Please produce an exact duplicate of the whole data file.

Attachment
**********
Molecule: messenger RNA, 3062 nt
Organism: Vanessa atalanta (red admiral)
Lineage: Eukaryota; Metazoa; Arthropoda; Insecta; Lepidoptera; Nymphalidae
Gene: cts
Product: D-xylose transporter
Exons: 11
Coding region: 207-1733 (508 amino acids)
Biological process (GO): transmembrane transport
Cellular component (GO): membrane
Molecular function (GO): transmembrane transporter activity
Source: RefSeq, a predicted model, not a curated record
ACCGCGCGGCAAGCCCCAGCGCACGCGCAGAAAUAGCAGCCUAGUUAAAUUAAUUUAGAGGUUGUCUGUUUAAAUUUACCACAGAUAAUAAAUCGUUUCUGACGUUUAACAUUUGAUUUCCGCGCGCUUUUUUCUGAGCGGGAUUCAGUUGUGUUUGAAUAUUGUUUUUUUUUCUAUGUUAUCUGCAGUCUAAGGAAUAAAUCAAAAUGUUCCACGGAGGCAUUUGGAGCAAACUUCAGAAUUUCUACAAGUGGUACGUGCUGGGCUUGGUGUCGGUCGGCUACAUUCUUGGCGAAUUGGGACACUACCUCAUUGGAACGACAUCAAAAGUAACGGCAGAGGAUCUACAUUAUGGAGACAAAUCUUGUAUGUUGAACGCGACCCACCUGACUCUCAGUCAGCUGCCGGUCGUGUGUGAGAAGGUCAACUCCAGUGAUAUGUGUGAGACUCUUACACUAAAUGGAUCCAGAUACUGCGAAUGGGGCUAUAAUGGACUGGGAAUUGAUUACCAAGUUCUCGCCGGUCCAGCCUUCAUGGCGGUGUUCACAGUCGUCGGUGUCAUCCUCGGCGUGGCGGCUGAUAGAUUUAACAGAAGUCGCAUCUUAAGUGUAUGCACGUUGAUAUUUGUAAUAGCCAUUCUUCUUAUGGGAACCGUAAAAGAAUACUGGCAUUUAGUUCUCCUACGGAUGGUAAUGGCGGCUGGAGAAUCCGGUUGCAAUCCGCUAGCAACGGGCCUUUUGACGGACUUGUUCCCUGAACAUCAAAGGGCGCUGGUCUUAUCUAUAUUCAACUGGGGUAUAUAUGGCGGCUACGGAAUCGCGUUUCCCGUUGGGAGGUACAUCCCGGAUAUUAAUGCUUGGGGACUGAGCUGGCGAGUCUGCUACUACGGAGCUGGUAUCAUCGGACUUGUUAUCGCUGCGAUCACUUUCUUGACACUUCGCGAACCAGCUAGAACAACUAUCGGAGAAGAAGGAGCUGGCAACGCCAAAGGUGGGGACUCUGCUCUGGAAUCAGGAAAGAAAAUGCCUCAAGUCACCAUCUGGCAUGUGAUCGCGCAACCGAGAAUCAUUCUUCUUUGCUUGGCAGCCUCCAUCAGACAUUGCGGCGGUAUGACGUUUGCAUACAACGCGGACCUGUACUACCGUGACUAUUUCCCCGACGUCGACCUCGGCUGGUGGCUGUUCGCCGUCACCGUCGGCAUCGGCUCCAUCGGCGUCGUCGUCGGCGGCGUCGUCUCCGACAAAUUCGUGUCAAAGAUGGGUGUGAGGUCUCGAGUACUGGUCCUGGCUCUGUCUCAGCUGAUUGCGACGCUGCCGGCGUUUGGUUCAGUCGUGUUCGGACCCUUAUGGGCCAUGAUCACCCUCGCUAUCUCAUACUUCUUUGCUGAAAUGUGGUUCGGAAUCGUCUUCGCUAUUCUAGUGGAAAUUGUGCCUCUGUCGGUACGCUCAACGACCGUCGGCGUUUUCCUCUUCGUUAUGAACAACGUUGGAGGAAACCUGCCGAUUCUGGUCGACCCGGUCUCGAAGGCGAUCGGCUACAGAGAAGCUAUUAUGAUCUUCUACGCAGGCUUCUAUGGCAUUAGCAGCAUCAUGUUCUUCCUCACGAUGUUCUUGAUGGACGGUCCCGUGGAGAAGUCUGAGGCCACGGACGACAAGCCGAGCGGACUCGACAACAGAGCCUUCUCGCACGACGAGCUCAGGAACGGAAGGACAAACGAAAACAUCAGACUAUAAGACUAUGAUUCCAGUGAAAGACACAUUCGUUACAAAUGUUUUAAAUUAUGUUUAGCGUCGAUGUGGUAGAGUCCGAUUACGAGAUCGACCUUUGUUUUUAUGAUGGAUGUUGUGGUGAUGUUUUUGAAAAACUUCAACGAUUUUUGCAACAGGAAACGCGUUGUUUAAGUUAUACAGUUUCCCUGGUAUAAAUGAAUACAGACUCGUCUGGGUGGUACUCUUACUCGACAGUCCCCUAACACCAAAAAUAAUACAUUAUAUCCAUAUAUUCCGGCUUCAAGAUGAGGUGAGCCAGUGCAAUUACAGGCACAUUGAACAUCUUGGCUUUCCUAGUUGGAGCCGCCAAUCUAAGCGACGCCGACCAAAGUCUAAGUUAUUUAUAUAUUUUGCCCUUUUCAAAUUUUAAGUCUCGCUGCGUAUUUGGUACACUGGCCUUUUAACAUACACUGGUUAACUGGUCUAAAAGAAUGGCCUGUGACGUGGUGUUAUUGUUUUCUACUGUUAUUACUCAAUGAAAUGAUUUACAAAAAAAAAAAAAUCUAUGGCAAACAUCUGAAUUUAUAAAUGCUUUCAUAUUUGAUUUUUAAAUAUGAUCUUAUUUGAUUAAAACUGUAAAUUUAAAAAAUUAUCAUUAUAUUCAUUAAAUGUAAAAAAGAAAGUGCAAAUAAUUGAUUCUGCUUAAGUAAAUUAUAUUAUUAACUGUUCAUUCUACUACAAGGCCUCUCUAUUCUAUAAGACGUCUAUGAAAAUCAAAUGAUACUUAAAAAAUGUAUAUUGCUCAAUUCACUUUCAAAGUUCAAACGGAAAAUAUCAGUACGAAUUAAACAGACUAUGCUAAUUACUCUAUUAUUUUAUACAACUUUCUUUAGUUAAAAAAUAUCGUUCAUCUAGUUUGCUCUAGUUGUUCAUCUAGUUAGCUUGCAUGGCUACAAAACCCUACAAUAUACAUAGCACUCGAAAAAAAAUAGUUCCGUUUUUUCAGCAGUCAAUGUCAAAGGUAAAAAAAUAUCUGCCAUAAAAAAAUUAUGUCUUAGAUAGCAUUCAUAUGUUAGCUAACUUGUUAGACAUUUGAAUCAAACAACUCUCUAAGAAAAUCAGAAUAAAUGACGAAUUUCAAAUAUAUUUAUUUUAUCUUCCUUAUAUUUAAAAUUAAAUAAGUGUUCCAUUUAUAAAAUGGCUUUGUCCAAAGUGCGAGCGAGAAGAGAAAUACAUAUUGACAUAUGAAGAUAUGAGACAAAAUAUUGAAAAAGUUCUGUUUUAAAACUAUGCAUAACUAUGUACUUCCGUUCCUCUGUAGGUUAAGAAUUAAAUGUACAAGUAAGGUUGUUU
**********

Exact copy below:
Molecule: messenger RNA, 3062 nt
Organism: Vanessa atalanta (red admiral)
Lineage: Eukaryota; Metazoa; Arthropoda; Insecta; Lepidoptera; Nymphalidae
Gene: cts
Product: D-xylose transporter
Exons: 11
Coding region: 207-1733 (508 amino acids)
Biological process (GO): transmembrane transport
Cellular component (GO): membrane
Molecular function (GO): transmembrane transporter activity
Source: RefSeq, a predicted model, not a curated record
ACCGCGCGGCAAGCCCCAGCGCACGCGCAGAAAUAGCAGCCUAGUUAAAUUAAUUUAGAGGUUGUCUGUUUAAAUUUACCACAGAUAAUAAAUCGUUUCUGACGUUUAACAUUUGAUUUCCGCGCGCUUUUUUCUGAGCGGGAUUCAGUUGUGUUUGAAUAUUGUUUUUUUUUCUAUGUUAUCUGCAGUCUAAGGAAUAAAUCAAAAUGUUCCACGGAGGCAUUUGGAGCAAACUUCAGAAUUUCUACAAGUGGUACGUGCUGGGCUUGGUGUCGGUCGGCUACAUUCUUGGCGAAUUGGGACACUACCUCAUUGGAACGACAUCAAAAGUAACGGCAGAGGAUCUACAUUAUGGAGACAAAUCUUGUAUGUUGAACGCGACCCACCUGACUCUCAGUCAGCUGCCGGUCGUGUGUGAGAAGGUCAACUCCAGUGAUAUGUGUGAGACUCUUACACUAAAUGGAUCCAGAUACUGCGAAUGGGGCUAUAAUGGACUGGGAAUUGAUUACCAAGUUCUCGCCGGUCCAGCCUUCAUGGCGGUGUUCACAGUCGUCGGUGUCAUCCUCGGCGUGGCGGCUGAUAGAUUUAACAGAAGUCGCAUCUUAAGUGUAUGCACGUUGAUAUUUGUAAUAGCCAUUCUUCUUAUGGGAACCGUAAAAGAAUACUGGCAUUUAGUUCUCCUACGGAUGGUAAUGGCGGCUGGAGAAUCCGGUUGCAAUCCGCUAGCAACGGGCCUUUUGACGGACUUGUUCCCUGAACAUCAAAGGGCGCUGGUCUUAUCUAUAUUCAACUGGGGUAUAUAUGGCGGCUACGGAAUCGCGUUUCCCGUUGGGAGGUACAUCCCGGAUAUUAAUGCUUGGGGACUGAGCUGGCGAGUCUGCUACUACGGAGCUGGUAUCAUCGGACUUGUUAUCGCUGCGAUCACUUUCUUGACACUUCGCGAACCAGCUAGAACAACUAUCGGAGAAGAAGGAGCUGGCAACGCCAAAGGUGGGGACUCUGCUCUGGAAUCAGGAAAGAAAAUGCCUCAAGUCACCAUCUGGCAUGUGAUCGCGCAACCGAGAAUCAUUCUUCUUUGCUUGGCAGCCUCCAUCAGACAUUGCGGCGGUAUGACGUUUGCAUACAACGCGGACCUGUACUACCGUGACUAUUUCCCCGACGUCGACCUCGGCUGGUGGCUGUUCGCCGUCACCGUCGGCAUCGGCUCCAUCGGCGUCGUCGUCGGCGGCGUCGUCUCCGACAAAUUCGUGUCAAAGAUGGGUGUGAGGUCUCGAGUACUGGUCCUGGCUCUGUCUCAGCUGAUUGCGACGCUGCCGGCGUUUGGUUCAGUCGUGUUCGGACCCUUAUGGGCCAUGAUCACCCUCGCUAUCUCAUACUUCUUUGCUGAAAUGUGGUUCGGAAUCGUCUUCGCUAUUCUAGUGGAAAUUGUGCCUCUGUCGGUACGCUCAACGACCGUCGGCGUUUUCCUCUUCGUUAUGAACAACGUUGGAGGAAACCUGCCGAUUCUGGUCGACCCGGUCUCGAAGGCGAUCGGCUACAGAGAAGCUAUUAUGAUCUUCUACGCAGGCUUCUAUGGCAUUAGCAGCAUCAUGUUCUUCCUCACGAUGUUCUUGAUGGACGGUCCCGUGGAGAAGUCUGAGGCCACGGACGACAAGCCGAGCGGACUCGACAACAGAGCCUUCUCGCACGACGAGCUCAGGAACGGAAGGACAAACGAAAACAUCAGACUAUAAGACUAUGAUUCCAGUGAAAGACACAUUCGUUACAAAUGUUUUAAAUUAUGUUUAGCGUCGAUGUGGUAGAGUCCGAUUACGAGAUCGACCUUUGUUUUUAUGAUGGAUGUUGUGGUGAUGUUUUUGAAAAACUUCAACGAUUUUUGCAACAGGAAACGCGUUGUUUAAGUUAUACAGUUUCCCUGGUAUAAAUGAAUACAGACUCGUCUGGGUGGUACUCUUACUCGACAGUCCCCUAACACCAAAAAUAAUACAUUAUAUCCAUAUAUUCCGGCUUCAAGAUGAGGUGAGCCAGUGCAAUUACAGGCACAUUGAACAUCUUGGCUUUCCUAGUUGGAGCCGCCAAUCUAAGCGACGCCGACCAAAGUCUAAGUUAUUUAUAUAUUUUGCCCUUUUCAAAUUUUAAGUCUCGCUGCGUAUUUGGUACACUGGCCUUUUAACAUACACUGGUUAACUGGUCUAAAAGAAUGGCCUGUGACGUGGUGUUAUUGUUUUCUACUGUUAUUACUCAAUGAAAUGAUUUACAAAAAAAAAAAAAUCUAUGGCAAACAUCUGAAUUUAUAAAUGCUUUCAUAUUUGAUUUUUAAAUAUGAUCUUAUUUGAUUAAAACUGUAAAUUUAAAAAAUUAUCAUUAUAUUCAUUAAAUGUAAAAAAGAAAGUGCAAAUAAUUGAUUCUGCUUAAGUAAAUUAUAUUAUUAACUGUUCAUUCUACUACAAGGCCUCUCUAUUCUAUAAGACGUCUAUGAAAAUCAAAUGAUACUUAAAAAAUGUAUAUUGCUCAAUUCACUUUCAAAGUUCAAACGGAAAAUAUCAGUACGAAUUAAACAGACUAUGCUAAUUACUCUAUUAUUUUAUACAACUUUCUUUAGUUAAAAAAUAUCGUUCAUCUAGUUUGCUCUAGUUGUUCAUCUAGUUAGCUUGCAUGGCUACAAAACCCUACAAUAUACAUAGCACUCGAAAAAAAAUAGUUCCGUUUUUUCAGCAGUCAAUGUCAAAGGUAAAAAAAUAUCUGCCAUAAAAAAAUUAUGUCUUAGAUAGCAUUCAUAUGUUAGCUAACUUGUUAGACAUUUGAAUCAAACAACUCUCUAAGAAAAUCAGAAUAAAUGACGAAUUUCAAAUAUAUUUAUUUUAUCUUCCUUAUAUUUAAAAUUAAAUAAGUGUUCCAUUUAUAAAAUGGCUUUGUCCAAAGUGCGAGCGAGAAGAGAAAUACAUAUUGACAUAUGAAGAUAUGAGACAAAAUAUUGAAAAAGUUCUGUUUUAAAACUAUGCAUAACUAUGUACUUCCGUUCCUCUGUAGGUUAAGAAUUAAAUGUACAAGUAAGGUUGUUU